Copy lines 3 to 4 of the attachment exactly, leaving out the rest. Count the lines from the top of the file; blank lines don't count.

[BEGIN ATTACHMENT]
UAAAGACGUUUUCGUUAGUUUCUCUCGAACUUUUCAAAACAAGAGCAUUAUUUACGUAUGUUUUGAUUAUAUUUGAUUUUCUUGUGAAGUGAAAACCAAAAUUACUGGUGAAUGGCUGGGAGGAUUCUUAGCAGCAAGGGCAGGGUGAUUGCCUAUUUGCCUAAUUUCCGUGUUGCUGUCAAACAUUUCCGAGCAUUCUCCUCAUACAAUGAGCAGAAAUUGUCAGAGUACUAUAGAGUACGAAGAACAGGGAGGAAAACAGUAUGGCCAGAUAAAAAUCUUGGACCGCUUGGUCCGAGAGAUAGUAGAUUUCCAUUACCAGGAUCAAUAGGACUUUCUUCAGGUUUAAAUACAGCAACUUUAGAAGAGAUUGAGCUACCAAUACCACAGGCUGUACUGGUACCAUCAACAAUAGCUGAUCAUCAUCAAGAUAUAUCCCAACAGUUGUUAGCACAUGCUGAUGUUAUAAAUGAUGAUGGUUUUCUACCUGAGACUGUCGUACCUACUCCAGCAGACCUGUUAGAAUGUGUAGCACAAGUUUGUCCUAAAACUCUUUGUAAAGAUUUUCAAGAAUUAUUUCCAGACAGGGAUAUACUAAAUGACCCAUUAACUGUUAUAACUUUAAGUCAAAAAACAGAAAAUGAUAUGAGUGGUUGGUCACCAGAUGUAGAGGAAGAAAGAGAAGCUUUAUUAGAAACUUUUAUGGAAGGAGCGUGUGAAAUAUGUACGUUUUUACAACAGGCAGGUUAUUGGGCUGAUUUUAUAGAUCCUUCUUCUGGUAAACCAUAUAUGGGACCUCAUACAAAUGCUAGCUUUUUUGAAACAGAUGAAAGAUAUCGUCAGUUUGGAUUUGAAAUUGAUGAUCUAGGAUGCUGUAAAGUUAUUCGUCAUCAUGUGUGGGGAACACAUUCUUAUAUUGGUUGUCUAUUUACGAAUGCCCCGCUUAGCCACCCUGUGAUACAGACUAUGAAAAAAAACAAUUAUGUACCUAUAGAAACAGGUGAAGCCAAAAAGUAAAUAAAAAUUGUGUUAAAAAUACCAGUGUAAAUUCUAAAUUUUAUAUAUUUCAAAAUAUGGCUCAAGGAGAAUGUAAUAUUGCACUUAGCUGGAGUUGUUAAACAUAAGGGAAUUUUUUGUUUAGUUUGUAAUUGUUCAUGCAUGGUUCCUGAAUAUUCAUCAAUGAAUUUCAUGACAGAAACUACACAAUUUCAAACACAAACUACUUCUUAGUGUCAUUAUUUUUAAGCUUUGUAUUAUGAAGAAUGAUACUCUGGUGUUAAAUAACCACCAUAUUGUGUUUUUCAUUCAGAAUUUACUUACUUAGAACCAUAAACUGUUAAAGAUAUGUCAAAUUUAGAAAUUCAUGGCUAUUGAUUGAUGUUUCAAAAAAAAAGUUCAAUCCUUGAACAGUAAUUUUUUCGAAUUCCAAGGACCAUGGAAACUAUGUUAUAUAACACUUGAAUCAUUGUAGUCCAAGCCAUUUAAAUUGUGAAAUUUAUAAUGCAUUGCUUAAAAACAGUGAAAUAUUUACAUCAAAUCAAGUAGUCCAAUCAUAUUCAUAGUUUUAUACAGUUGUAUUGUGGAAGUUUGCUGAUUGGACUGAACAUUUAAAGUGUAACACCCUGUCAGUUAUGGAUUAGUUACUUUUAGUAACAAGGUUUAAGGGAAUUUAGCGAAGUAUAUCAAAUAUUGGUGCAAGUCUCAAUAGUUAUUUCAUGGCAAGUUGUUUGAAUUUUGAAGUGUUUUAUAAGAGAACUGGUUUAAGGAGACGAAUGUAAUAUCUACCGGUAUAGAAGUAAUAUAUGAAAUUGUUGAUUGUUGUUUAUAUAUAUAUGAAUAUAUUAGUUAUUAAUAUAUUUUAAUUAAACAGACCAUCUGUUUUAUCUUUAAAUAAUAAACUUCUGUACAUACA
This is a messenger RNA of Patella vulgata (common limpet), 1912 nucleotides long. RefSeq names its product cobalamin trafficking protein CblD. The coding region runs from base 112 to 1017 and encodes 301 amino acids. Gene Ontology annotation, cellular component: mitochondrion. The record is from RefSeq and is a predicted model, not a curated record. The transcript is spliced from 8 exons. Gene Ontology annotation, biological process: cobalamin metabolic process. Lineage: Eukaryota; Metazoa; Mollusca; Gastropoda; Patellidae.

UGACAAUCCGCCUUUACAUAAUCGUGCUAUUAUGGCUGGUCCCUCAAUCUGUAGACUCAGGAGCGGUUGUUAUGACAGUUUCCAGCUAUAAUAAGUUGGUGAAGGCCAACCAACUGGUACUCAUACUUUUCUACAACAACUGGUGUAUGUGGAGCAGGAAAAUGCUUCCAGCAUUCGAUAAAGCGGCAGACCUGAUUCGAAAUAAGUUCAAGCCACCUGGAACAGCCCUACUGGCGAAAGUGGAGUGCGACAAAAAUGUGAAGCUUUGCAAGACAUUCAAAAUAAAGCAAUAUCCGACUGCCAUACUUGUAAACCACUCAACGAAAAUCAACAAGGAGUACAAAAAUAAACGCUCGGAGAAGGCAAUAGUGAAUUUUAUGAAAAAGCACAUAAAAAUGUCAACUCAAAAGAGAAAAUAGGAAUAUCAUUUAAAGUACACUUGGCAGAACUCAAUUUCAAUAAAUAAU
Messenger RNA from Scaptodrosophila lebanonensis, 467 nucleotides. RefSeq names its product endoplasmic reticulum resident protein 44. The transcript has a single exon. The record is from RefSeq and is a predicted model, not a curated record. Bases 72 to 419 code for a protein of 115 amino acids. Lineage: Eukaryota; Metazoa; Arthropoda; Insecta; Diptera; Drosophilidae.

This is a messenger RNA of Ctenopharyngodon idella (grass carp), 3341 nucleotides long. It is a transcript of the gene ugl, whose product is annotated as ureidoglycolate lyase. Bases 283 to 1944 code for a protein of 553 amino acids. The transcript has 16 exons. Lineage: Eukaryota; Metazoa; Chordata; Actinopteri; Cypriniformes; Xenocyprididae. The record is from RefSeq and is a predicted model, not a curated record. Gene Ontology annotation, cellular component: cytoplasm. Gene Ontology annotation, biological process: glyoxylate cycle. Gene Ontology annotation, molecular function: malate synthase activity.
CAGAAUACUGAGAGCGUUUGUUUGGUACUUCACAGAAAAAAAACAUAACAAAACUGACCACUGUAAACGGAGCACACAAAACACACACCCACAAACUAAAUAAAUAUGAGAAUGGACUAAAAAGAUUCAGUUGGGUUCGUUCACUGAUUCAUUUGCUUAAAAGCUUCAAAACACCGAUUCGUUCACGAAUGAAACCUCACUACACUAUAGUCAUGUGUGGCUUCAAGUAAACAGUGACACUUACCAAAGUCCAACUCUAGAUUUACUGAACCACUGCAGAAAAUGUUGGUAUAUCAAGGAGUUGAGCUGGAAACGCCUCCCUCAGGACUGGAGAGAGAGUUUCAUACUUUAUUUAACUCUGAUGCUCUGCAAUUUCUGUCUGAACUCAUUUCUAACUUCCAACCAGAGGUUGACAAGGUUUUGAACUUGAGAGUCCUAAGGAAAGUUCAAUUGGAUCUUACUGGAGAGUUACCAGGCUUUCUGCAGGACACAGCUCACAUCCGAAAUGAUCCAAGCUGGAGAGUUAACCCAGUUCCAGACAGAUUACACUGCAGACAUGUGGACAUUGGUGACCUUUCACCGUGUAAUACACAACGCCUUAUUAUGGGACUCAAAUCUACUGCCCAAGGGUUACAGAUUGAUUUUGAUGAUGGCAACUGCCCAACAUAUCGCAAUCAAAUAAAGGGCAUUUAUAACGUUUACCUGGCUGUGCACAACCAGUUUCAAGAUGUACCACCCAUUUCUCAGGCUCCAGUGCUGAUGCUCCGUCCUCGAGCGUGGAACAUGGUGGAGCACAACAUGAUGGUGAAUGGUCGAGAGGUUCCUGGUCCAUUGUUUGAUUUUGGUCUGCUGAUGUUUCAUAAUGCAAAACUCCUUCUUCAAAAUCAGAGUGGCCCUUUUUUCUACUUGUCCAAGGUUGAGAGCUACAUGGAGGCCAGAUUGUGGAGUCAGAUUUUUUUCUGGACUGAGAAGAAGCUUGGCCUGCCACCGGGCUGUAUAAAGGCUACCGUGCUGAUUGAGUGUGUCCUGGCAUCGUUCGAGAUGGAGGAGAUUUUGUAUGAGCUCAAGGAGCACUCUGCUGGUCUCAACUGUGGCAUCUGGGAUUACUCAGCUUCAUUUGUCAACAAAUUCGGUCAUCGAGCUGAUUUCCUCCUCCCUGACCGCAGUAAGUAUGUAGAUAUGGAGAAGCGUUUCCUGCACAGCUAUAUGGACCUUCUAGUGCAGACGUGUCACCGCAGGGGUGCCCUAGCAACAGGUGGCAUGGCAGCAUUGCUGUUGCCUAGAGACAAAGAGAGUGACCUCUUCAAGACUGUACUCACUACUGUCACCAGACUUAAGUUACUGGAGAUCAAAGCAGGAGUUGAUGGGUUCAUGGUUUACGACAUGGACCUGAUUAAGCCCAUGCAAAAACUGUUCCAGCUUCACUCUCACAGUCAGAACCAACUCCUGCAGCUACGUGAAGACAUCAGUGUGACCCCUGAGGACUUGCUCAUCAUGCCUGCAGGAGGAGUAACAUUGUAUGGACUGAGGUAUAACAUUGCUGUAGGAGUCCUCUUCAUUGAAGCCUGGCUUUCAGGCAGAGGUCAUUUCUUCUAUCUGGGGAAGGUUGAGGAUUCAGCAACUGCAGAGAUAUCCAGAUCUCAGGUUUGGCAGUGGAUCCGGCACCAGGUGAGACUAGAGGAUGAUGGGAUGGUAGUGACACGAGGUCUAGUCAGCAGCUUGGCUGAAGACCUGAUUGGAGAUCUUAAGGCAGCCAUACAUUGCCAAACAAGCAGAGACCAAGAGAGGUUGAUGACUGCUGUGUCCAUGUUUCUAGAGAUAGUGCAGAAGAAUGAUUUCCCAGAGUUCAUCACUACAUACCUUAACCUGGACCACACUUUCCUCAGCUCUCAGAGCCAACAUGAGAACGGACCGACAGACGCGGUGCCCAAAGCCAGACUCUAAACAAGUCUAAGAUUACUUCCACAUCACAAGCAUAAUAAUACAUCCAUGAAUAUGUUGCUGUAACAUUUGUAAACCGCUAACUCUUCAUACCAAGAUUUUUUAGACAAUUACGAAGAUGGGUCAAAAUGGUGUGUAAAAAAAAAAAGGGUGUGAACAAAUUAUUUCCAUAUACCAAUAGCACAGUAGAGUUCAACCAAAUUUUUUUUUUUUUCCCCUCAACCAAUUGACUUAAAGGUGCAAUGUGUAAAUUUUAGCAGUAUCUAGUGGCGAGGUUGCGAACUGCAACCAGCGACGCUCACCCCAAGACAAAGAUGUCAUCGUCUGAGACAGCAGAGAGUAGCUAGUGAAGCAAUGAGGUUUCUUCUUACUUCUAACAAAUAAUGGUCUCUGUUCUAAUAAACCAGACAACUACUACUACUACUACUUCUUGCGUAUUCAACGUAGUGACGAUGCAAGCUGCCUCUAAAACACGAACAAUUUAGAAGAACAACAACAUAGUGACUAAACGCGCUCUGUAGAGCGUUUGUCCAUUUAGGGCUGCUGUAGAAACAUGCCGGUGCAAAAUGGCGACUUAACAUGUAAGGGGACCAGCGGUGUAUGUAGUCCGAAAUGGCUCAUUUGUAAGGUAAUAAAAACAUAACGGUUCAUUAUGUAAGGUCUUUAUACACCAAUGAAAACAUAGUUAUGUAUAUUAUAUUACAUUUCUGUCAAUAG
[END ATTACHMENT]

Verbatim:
UGACAAUCCGCCUUUACAUAAUCGUGCUAUUAUGGCUGGUCCCUCAAUCUGUAGACUCAGGAGCGGUUGUUAUGACAGUUUCCAGCUAUAAUAAGUUGGUGAAGGCCAACCAACUGGUACUCAUACUUUUCUACAACAACUGGUGUAUGUGGAGCAGGAAAAUGCUUCCAGCAUUCGAUAAAGCGGCAGACCUGAUUCGAAAUAAGUUCAAGCCACCUGGAACAGCCCUACUGGCGAAAGUGGAGUGCGACAAAAAUGUGAAGCUUUGCAAGACAUUCAAAAUAAAGCAAUAUCCGACUGCCAUACUUGUAAACCACUCAACGAAAAUCAACAAGGAGUACAAAAAUAAACGCUCGGAGAAGGCAAUAGUGAAUUUUAUGAAAAAGCACAUAAAAAUGUCAACUCAAAAGAGAAAAUAGGAAUAUCAUUUAAAGUACACUUGGCAGAACUCAAUUUCAAUAAAUAAU
Messenger RNA from Scaptodrosophila lebanonensis, 467 nucleotides. RefSeq names its product endoplasmic reticulum resident protein 44. The transcript has a single exon. The record is from RefSeq and is a predicted model, not a curated record. Bases 72 to 419 code for a protein of 115 amino acids. Lineage: Eukaryota; Metazoa; Arthropoda; Insecta; Diptera; Drosophilidae.